Last came the other premiere, The Debrecen Passion by Kati Agócs, a Canadian of half-Hungarian-extraction who now teaches at New England Conservatory and has garnered a good deal of attention. Her work is not a passion in the sense of the oratorio-sized works of Bach and other Baroque composers, or in the revived style of Penderecki’s, but is a setting of seven lyric-sized texts, three by Hungarian poet, novelist and literary historian Szilárd Borbély (1964-2014; he committed suicide in Debrecen, where he had lived and worked), two contemplations of Mary, one Latin the other Hungarian, one Kabbalistic prayer and one medieval Georgian hymn. In these settings Agócs examines passions of several sorts, the fragility of love, the greatness of God, and, oh yes, the death of Jesus. In the panel discussion, Agócs said that her funding source, the Jebediah Foundation, had given her carte blanche to create as big and as long a work as she felt like, and this 20-plus-minute piece (her longest to date) is fitted out with impressive orchestral forces, plus the Lorelei singers. While far from inaccessible, her writing is intricate and layered. Much of the choral treatment draws on earlier Ligeti techniques of “micro-polyphony,” densely packed, close dissonant harmony that, in the vocal writing, sounded ravishingly beautiful. Setting modern poetry can be tricky, and Borbély’s was not always easy to parse; Agócs wisely avoided overt word-painting. The orchestral writing was fluent and often did its job well of adding emotional depth to the texts and the vocal lines; in two instances there were orchestral interludes of great power and beauty, and the final Georgian hymn concludes (save a final blast and morendo from the orchestra) in a modally inflected harmony that evokes Alan Hovhaness (okay, he was Armenian, not Georgian, but musically it’s pretty close).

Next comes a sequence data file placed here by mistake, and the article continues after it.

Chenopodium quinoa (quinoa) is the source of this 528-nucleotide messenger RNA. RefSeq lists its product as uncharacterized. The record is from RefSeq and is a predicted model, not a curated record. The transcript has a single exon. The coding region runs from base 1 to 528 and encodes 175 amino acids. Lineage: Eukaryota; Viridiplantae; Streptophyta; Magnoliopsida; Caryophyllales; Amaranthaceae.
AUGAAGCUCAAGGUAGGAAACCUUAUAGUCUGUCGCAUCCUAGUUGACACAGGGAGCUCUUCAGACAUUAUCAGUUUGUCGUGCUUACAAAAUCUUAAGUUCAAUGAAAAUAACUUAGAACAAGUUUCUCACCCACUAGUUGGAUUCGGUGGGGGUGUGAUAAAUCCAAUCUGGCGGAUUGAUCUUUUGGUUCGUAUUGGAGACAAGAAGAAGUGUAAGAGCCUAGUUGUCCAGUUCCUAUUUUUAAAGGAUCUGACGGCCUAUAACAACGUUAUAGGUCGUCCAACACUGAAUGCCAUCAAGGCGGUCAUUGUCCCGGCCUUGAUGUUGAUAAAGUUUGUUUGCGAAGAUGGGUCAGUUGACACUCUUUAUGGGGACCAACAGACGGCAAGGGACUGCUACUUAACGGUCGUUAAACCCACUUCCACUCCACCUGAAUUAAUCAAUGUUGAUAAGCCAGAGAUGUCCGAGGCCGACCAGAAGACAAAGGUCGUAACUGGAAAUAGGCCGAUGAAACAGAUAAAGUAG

First hearings of new works are seldom a sufficient basis for informed analysis, especially for such a complicated piece; the Karosi was much less demanding in its ambitions. While there was much attractive music here, which warrant further listening if possible, sometimes it felt as if each song followed the same musical trajectory of slow build, big climax, soft landing, so a little more variety might have been welcome. No complaints at all with Lorelei or the orchestra.

 See related interview here.